Meda Surdokaitė’s research won first place in the European Union Young Scientists Competition in the Netherlands. Meda also received a special award – an invitation to the Nobel Prize ceremony in Stockholm. This year, the young scientist began her studies in applied chemistry at Kaunas University of Technology. Meda is thrilled not only with the award, but also that her discovery is already being applied in research.
Surdokaitė participated in the competition with his research in chemistry “Optimization of the synthesis of the fluorescent dye Nile Red”. The objective of the work is to synthesize an organic dye to detect microplastics and stain cells without using toxic solvents. The optimized production methods of the young scientist allow her to avoid the use of toxic materials used until now, thus guaranteeing accessibility, applicability and safer handling.
“Through organic chemistry, we can protect the oceans from microplastics, treat serious diseases and create greener everyday life. My optimized synthetic dye doesn’t need to be put on the shelf – thanks to collaborations with other scientists it is already being used successfully in a wide range of research. During the contest, I learned that a biotech company had successfully used my optimized fusion product to stain brain cells that form myelin. Myelin staining allows us to study the processes involved in diseases such as sclerosis and schizophrenia,” says the young scientist about the practical application of the dye.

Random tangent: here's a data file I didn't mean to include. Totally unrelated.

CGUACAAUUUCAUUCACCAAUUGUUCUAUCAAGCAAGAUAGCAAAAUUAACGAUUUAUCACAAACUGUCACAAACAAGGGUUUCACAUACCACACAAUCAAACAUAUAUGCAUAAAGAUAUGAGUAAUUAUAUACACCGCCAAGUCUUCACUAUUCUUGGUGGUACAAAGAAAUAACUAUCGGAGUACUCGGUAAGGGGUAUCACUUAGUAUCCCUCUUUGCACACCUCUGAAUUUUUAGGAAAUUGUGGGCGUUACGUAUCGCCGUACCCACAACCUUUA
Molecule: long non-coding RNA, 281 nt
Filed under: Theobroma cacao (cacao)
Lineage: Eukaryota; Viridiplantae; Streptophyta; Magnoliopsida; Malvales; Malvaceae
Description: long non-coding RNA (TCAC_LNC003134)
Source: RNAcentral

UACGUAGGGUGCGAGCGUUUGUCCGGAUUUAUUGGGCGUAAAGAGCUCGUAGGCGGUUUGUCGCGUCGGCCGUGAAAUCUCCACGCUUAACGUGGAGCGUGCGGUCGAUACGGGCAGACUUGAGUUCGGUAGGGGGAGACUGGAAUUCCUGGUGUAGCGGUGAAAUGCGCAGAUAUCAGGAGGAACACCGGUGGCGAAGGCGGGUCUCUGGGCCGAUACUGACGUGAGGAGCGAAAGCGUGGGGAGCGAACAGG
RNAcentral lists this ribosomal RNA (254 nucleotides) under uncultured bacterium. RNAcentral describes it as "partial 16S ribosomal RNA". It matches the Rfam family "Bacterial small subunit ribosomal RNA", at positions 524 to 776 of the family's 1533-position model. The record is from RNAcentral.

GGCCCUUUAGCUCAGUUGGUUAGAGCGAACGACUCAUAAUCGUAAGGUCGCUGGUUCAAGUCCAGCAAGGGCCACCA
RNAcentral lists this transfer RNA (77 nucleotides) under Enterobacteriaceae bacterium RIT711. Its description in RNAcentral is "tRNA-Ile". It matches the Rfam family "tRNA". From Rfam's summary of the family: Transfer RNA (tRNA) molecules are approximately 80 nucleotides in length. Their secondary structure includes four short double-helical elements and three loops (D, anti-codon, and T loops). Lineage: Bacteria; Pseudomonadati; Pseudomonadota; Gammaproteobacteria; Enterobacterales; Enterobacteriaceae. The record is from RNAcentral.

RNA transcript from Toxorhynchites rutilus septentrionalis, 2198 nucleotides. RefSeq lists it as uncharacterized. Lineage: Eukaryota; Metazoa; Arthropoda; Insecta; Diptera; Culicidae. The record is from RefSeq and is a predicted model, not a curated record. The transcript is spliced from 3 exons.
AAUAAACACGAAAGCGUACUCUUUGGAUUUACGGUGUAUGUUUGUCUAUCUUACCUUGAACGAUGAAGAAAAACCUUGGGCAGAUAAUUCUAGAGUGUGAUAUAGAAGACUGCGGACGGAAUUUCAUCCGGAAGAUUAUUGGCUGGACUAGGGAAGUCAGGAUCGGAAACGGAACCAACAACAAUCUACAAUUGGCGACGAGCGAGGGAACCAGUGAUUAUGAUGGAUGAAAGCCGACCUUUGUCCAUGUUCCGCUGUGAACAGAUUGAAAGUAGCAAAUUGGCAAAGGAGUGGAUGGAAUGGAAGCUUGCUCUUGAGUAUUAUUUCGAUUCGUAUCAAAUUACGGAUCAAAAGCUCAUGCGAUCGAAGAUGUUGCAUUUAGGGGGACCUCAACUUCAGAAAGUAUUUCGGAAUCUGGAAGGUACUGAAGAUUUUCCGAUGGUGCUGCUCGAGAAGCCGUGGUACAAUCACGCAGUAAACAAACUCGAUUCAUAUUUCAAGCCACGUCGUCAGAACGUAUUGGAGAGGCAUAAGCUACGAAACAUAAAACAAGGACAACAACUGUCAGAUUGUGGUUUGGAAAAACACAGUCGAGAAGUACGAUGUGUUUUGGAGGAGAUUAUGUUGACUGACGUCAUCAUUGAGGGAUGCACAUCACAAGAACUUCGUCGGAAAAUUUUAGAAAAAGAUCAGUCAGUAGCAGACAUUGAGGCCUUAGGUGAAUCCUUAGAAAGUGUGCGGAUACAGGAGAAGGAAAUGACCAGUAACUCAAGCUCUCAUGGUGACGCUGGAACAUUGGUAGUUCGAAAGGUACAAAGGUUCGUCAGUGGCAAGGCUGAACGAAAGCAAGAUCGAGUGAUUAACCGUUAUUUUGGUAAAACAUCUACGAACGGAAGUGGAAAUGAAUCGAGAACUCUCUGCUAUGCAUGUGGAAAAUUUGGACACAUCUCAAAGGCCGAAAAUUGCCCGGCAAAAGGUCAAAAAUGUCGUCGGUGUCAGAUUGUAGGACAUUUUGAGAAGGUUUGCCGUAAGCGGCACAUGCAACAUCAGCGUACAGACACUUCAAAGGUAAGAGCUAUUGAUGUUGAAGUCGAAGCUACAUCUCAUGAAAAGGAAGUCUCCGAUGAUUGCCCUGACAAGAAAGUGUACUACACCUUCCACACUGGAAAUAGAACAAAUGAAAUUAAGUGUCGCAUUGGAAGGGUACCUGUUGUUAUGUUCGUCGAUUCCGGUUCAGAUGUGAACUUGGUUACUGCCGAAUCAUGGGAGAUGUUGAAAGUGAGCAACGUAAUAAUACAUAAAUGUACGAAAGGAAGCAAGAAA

This year, the prestigious competition for young people aged 14 to 20 attracted young scientists from 33 countries – not only from Europe but also from the United States, Canada, Israel and other countries. Nearly 90 research papers were presented in the fields of biology, chemistry, computer science, engineering, mathematics, medicine, physics and social sciences.
Meda’s project was selected as the best in the national competition of the European Young Scientists Competition, organized by the Lithuanian Center for Informal Education of School Children and supported by the Ministry of Education, Science and Sports.